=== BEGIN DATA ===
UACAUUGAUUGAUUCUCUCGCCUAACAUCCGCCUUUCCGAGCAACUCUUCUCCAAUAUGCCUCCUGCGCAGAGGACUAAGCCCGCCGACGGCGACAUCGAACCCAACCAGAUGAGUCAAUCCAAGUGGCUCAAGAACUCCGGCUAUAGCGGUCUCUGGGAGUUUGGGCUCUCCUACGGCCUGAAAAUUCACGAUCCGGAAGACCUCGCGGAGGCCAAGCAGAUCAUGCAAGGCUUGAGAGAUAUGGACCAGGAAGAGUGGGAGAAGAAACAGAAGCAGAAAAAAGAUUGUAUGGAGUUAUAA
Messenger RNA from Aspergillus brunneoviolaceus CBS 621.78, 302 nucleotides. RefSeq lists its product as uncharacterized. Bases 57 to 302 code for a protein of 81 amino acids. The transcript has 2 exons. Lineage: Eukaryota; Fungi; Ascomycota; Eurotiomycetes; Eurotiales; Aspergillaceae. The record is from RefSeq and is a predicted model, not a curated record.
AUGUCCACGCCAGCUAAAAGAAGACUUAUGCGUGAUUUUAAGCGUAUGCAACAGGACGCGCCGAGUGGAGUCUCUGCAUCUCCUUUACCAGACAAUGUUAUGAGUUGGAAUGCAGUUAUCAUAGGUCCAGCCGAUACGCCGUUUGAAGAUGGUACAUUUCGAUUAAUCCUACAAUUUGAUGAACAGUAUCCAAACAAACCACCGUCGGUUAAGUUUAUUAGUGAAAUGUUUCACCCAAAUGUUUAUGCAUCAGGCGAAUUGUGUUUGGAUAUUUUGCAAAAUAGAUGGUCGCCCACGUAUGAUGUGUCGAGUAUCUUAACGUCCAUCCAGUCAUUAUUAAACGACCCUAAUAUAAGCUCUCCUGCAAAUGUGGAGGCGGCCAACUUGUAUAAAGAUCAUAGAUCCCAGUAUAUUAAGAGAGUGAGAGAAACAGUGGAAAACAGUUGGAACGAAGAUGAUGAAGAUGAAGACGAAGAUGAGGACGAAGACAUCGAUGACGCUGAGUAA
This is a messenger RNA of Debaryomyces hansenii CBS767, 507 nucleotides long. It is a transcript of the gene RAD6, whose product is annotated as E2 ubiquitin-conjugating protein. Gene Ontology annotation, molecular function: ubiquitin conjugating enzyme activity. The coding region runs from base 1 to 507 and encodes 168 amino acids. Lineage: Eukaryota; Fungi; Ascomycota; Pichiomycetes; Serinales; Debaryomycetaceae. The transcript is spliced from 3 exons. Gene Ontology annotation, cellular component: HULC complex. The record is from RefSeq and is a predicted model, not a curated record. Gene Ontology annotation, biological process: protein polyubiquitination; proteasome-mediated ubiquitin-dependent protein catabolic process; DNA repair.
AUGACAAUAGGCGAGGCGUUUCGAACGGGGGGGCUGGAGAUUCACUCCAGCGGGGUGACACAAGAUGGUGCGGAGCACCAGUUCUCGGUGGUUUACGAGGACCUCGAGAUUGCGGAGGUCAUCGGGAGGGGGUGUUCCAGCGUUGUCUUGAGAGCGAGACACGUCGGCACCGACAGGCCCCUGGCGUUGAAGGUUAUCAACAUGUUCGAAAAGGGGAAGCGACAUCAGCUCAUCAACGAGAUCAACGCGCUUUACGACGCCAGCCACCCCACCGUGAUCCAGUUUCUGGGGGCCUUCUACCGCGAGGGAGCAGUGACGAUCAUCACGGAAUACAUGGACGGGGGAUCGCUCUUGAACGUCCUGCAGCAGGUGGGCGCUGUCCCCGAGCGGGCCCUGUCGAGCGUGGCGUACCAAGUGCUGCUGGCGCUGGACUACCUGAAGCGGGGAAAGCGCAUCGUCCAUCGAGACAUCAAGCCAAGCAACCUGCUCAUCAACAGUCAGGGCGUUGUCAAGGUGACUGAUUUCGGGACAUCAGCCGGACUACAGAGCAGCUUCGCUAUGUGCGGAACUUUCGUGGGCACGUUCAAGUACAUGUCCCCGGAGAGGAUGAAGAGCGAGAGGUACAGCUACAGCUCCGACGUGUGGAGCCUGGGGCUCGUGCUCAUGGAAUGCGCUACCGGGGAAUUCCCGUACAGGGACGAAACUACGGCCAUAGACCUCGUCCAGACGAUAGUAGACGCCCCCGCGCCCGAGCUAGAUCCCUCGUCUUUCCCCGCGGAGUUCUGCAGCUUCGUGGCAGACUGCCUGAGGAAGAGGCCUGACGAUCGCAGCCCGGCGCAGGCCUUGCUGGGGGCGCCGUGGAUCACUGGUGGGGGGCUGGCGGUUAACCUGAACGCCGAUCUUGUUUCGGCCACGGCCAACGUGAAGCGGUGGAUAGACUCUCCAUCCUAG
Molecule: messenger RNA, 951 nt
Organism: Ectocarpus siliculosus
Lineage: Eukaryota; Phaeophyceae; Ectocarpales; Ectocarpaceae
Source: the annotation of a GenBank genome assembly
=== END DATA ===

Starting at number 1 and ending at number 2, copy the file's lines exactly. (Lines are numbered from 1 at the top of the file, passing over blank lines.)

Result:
UACAUUGAUUGAUUCUCUCGCCUAACAUCCGCCUUUCCGAGCAACUCUUCUCCAAUAUGCCUCCUGCGCAGAGGACUAAGCCCGCCGACGGCGACAUCGAACCCAACCAGAUGAGUCAAUCCAAGUGGCUCAAGAACUCCGGCUAUAGCGGUCUCUGGGAGUUUGGGCUCUCCUACGGCCUGAAAAUUCACGAUCCGGAAGACCUCGCGGAGGCCAAGCAGAUCAUGCAAGGCUUGAGAGAUAUGGACCAGGAAGAGUGGGAGAAGAAACAGAAGCAGAAAAAAGAUUGUAUGGAGUUAUAA
Messenger RNA from Aspergillus brunneoviolaceus CBS 621.78, 302 nucleotides. RefSeq lists its product as uncharacterized. Bases 57 to 302 code for a protein of 81 amino acids. The transcript has 2 exons. Lineage: Eukaryota; Fungi; Ascomycota; Eurotiomycetes; Eurotiales; Aspergillaceae. The record is from RefSeq and is a predicted model, not a curated record.